PARK CITY, UTAH—My first report from the Sundance Film Festival covers Friday through Sunday. Waking up Friday morning, on only about four hours of sleep, I made it to the first press screening of the festival, Sam Taylor Wood’s Nowhere Boy, at 8:30 a.m.
The film focuses on John Lennon’s teenage years in Liverpool, 1955, where John (a terrific Aaron Johnson, soon to be seen in this spring’s action film Kick-Ass) is struggling to find out who or what he wants to be, while under the supervision of his Aunt Mimi (Kristin Scott Thomas)—not knowing his parents are still alive. It isn’t until Lennon learns that his parents are still alive and his mother, Julia (Anne-Marie Duff in a star-making performance) gets him interested in music that he meets a young Paul McCartney, with whom he forms the Quarrymen, predecessors to the Beatles. The film has some nice performances and some inspiring musical moments, but the middle proves to be less than compelling and in fact drags a bit in its brief 93-minute run time; even though it isn’t perfect, it’s still an entertaining ride. Grade: B-
Nowhere Boy has a bit of notoriety going for it; Wood and Johnson are in a relationship though she is 23 years his senior, which sounds a bit disturbing, but it doesn’t compare to anything as wildly warped as the things seen in the Internet documentary Catfish.
When photographer and Facebook user Yaniv “Nev” Schulman starts receiving paintings of his photos from a young admirer in small-town Michigan, a flattered and surprised Nev hangs them up in his New York office that he shares with his brother Ariel, who is a filmmaker. Ariel and co-director Henry Joost begin filming Nev as he becomes (Facebook) friends with the young protégé Abby, her mother Angela, and Abby’s older, attractive, sister Megan. Megan’s profile pictures entice Nev and Megan becomes more attracted to Nev, and they start to talk and begin a “viral” relationship in an attempt to eventually meet one day. When Nev, Ariel, and Henry discover some strange music postings by Megan on a business trip to Colorado, the relationship starts to spiral and turns into a whopper of a twist, wherin the three of them decide to drive to Michigan and meet Megan, Abby, and Angela. Catfish‘s fractured romance becomes a haunting portrait of our obsession with the Internet and how we can manipulate our images and personas. Catfish buzz has been building since its premiere, catching the attention of audiences and distributors alike, and the film should find a home within the coming days. The film is a must-see and should end up being one of the most talked-about films of the year. Grade: A-
On the other hand, writer/director/star Josh Radnor’s self-indulgent and stale narrative directorial debut, Happythankyoumoreplease, went over about as well as a lead balloon. Even the title is annoying to say (and type), and after the first 20 minutes Radnor’s Sam, a failed novelist and womanizer (really?), who schleps around with a missing boy who was left on the subway, meets waitress/wannabe singer Mississippi (Kate Mara), and convinces her to come over to his cushy apartment for not a one-night stand but a three-night stand. Other good actors show up (Malin Akerman, Zoe Kazan, Tony Hale) but like Sam, they are just as annoying and bland as the many indie acoustic songs that pop up every five minutes. Grade: D+
The biggest disappointment in the first three days (and perhaps in the festival) was Spencer Susser’s chaotic Hesher, starring Joseph Gordon-Levitt—who brings some of his charm to the film, but Susser and co-writer David Michod forget to make you care for anyone and anything important in this urban fairy tale. Sporting a long greasy wig, tattoo-covered and mostly shirtless, Levitt’s Hesher plays good and bad with 13-year-old loner TJ (newcomer Devin Brochu), who has been struggling in life along with his sad sack dad (a reserved Rainn Wilson) since his mom passed away—that is, until Hesher invades their life. The first 30 minutes are completely original and unpredictable and Levitt’s entrance in the film is a highlight, but shortly after Natalie Portman’s grocery store worker Nicole appears, the film suffers from not giving us a single notion of what the film is trying to be or what its characters are seeking. Is it a dark comedy with redemption? A grieving family drama? A helter-skelter adventure of lost souls? Whatever the case, Hesher does take chances in creating a story with promise, but once it turns into a rowdy farce of a cartoon family, it left me bored and unimpressed—but nonetheless was bought by U.S. distributor Newmarket on Thursday. Grade: C-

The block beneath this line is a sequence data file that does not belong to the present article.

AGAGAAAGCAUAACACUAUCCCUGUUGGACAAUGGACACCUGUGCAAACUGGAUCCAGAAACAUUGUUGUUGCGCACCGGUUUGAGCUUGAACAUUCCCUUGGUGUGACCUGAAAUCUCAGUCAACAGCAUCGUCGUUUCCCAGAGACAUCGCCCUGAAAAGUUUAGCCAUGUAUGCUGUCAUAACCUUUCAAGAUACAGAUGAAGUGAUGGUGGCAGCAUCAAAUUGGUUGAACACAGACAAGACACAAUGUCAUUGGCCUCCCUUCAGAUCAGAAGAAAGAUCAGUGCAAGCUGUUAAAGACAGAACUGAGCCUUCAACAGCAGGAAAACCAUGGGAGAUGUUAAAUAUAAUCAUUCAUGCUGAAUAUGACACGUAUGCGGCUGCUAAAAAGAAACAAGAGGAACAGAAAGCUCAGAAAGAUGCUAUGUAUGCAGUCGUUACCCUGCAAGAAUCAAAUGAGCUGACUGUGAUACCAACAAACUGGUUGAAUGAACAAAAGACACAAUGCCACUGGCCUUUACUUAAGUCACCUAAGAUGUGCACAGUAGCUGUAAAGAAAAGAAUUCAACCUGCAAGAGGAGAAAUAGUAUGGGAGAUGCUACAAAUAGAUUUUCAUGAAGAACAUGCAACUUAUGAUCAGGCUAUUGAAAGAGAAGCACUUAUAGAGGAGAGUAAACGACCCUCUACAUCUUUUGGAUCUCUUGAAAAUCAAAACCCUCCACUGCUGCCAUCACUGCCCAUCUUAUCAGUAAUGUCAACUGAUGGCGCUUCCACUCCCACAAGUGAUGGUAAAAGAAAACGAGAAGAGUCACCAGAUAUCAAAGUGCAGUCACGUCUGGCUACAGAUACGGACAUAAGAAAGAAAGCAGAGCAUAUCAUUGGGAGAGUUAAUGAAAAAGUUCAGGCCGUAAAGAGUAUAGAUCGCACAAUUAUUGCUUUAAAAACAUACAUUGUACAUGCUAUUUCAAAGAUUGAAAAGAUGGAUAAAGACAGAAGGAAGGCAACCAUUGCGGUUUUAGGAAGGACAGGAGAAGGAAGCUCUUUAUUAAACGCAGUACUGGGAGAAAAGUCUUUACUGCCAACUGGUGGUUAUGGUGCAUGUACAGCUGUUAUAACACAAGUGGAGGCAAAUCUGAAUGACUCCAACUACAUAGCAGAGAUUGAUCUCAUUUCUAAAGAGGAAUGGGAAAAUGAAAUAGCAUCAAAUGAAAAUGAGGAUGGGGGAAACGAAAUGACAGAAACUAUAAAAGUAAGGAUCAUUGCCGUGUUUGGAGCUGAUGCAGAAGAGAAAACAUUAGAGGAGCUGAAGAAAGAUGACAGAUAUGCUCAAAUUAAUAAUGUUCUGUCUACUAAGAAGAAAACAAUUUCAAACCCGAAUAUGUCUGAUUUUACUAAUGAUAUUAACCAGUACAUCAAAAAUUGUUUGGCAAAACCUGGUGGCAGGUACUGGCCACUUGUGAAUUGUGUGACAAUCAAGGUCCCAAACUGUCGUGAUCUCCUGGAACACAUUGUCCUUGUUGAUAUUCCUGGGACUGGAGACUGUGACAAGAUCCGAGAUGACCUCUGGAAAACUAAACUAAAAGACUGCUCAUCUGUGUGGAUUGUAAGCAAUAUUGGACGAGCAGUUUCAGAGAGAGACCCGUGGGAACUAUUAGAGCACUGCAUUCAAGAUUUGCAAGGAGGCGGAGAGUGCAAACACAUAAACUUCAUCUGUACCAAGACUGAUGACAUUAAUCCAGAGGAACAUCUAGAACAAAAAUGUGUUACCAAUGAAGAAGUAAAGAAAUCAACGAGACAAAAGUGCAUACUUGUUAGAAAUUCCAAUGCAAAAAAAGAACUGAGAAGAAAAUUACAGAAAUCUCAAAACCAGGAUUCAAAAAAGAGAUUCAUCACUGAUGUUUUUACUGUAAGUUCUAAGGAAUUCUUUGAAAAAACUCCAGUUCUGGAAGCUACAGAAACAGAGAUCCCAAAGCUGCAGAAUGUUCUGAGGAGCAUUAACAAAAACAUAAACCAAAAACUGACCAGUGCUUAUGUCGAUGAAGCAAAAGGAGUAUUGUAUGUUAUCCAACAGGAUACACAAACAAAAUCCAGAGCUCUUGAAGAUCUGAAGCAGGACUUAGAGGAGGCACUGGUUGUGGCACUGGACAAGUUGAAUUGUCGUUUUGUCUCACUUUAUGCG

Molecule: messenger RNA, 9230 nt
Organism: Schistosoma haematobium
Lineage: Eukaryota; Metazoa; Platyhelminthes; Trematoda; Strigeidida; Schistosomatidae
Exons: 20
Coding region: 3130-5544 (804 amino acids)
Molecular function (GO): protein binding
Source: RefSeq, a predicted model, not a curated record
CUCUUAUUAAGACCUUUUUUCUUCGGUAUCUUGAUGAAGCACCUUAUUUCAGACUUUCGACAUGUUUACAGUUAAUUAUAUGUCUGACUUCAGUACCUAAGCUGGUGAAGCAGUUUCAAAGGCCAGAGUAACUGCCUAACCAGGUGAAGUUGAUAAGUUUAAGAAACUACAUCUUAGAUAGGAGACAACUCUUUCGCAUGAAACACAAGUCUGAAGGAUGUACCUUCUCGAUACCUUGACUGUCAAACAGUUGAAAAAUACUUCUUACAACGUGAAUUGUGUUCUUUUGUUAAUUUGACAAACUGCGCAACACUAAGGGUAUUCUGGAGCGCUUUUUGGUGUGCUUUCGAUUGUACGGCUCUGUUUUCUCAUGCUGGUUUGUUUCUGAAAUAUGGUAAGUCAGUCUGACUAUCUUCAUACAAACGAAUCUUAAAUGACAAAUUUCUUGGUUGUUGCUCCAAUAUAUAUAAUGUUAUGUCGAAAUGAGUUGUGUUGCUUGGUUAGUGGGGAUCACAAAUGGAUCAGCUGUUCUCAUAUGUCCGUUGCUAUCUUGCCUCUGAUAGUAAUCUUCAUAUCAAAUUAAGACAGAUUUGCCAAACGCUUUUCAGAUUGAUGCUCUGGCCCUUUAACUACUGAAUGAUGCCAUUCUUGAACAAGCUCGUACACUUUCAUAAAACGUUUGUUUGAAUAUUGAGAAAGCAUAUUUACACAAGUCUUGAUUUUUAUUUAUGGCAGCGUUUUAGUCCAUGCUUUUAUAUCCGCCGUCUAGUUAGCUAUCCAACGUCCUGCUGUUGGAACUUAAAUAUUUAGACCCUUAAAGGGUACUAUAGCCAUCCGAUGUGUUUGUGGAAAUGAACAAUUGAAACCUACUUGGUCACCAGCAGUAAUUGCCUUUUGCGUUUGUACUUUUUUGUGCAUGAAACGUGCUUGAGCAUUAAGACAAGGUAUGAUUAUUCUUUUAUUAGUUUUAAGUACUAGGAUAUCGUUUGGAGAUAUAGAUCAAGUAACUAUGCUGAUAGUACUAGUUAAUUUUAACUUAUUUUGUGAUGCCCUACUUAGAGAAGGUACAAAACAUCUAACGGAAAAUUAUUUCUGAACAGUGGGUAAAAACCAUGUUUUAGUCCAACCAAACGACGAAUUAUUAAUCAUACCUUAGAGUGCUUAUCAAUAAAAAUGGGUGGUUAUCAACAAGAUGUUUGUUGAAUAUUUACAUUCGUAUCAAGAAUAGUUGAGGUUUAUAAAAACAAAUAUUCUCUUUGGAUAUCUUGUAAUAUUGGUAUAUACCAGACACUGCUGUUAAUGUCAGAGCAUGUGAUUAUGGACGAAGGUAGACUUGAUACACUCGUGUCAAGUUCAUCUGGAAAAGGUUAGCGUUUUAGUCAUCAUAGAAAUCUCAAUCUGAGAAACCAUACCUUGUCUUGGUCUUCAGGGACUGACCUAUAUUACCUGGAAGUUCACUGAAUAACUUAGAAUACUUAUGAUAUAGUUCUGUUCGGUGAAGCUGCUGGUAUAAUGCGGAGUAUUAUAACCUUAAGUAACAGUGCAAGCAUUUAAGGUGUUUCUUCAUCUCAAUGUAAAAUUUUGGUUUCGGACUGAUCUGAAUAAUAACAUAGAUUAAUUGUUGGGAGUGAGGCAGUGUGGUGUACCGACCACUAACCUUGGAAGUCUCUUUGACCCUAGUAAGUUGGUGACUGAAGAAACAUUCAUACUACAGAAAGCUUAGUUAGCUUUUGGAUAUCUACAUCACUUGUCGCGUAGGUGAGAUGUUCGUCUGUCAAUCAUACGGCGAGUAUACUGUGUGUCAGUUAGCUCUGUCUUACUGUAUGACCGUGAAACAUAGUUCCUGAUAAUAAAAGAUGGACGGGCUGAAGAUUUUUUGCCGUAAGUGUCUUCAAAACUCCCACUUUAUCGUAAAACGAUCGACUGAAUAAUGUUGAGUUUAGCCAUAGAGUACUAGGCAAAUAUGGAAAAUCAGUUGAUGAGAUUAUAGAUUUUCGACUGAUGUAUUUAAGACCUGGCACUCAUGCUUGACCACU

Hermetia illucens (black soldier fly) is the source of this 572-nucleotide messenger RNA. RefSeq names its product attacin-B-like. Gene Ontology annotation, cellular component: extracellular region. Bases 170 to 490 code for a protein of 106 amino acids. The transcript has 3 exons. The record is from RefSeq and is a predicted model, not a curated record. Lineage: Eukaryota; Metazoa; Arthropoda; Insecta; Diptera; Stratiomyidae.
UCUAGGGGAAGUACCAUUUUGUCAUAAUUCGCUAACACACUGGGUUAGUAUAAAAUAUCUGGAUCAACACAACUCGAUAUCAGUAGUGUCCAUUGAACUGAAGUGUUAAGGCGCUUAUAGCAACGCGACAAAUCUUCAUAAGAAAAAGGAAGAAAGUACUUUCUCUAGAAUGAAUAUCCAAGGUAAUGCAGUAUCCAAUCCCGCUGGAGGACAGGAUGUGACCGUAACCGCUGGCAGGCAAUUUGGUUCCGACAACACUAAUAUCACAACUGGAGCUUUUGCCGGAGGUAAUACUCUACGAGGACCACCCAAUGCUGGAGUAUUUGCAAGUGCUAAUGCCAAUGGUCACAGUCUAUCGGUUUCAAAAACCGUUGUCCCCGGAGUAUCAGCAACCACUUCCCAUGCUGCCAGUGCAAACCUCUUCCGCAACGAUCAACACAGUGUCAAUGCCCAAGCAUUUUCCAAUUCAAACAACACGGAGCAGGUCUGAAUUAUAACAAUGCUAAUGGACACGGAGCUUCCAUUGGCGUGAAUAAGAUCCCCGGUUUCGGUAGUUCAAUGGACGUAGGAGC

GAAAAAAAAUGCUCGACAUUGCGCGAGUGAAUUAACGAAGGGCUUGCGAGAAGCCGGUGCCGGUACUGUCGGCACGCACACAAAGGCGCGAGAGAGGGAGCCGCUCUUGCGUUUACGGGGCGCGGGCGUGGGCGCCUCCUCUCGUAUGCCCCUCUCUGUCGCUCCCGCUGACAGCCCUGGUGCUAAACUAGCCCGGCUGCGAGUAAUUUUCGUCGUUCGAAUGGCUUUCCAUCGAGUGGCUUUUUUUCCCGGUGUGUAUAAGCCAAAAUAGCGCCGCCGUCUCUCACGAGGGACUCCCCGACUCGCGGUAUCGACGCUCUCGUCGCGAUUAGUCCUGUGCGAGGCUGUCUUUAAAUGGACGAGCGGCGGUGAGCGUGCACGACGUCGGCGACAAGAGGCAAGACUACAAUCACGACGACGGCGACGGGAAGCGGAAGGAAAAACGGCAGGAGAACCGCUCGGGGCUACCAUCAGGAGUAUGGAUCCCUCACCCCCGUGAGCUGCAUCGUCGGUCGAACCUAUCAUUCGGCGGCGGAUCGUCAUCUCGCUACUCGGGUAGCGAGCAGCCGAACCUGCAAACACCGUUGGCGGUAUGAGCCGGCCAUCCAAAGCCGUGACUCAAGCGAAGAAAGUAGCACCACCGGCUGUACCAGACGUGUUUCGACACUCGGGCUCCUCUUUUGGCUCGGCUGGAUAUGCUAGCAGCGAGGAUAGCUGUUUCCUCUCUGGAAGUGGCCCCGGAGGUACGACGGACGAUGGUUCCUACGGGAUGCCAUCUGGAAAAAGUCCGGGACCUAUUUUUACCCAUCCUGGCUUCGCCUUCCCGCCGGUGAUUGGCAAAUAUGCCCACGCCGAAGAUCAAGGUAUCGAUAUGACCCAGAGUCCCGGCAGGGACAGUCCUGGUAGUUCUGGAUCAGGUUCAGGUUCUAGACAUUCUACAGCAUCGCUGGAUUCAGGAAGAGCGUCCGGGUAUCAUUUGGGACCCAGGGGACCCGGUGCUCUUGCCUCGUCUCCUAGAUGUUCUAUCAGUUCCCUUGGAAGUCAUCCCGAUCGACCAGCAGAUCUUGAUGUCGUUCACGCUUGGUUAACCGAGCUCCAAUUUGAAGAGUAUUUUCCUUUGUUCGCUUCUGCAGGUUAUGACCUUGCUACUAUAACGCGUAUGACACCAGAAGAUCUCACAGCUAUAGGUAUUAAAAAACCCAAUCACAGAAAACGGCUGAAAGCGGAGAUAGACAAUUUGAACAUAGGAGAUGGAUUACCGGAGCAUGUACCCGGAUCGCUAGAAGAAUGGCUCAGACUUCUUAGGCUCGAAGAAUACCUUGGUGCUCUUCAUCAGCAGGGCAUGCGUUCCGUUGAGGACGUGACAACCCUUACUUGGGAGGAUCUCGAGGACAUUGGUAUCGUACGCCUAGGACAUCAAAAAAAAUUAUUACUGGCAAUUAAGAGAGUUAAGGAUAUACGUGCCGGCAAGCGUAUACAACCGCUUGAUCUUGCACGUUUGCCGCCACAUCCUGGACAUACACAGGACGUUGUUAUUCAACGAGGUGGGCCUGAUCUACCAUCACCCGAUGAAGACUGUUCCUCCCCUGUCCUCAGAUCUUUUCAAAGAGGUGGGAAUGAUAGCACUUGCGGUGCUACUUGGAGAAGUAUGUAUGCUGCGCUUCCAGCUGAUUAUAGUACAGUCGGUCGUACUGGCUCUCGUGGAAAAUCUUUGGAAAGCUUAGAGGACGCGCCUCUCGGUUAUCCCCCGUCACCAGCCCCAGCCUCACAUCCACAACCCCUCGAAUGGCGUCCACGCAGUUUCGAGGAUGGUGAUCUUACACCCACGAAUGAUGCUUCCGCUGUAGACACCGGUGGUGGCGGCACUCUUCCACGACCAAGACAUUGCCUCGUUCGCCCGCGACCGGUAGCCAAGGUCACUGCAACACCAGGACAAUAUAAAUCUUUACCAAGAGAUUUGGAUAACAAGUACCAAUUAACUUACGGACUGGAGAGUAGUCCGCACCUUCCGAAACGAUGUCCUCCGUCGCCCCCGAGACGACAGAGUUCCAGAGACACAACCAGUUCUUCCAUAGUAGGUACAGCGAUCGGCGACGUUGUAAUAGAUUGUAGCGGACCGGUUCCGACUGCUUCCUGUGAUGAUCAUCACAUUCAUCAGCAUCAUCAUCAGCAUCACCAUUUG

TV veteran John Wells’s The Company Men has already been drawing comparisons to Up in the Air and ends up going further into the lives of recently laid-off employees than in Air, where they would leave quietly and never return. Instead of following George Clooney flying across the country firing one person after another, we feel and see the anguish, depression, and uncertainly of these characters going home to break the news to their families, and the film becomes a bit more personal. A film with Ben Affleck, Tommy Lee Jones, Chris Cooper, and Kevin Costner doesn’t really scream independent or Sundance; it’s flawed but is also well-acted, engaging, and shows how the recession is blowing up in everyone’s face without any promise of letting up anytime soon. The Company Men should have no problem finding a home in theaters and on DVD. Grade: B
A nice surprise came in seeing Robert Duvall play a hermit in Aaron Schneider’s complex Depression-era dramedy Get Low. Felix Bush (a sublime Duvall) is the Boo Radley of a small Tennessee town; others in town fear and are scared to talk about Felix, until he decides to throw himself a funeral party while he’s still alive. When a young undertaker (Lucas Black) gets wind of the party he and his boss (a hilarious Bill Murray) help Felix try to make the party a success, only there are many complications and secrets that slowly arise, building to a believable and satisfying climax. Get Low is an utterly original story that aided by gorgeous cinematography, brilliant editing (by Schneider as well), and great casting (including Sissy Spacek as a woman from Felix’s past). This American film is one to look for when it opens this summer. Grade: A-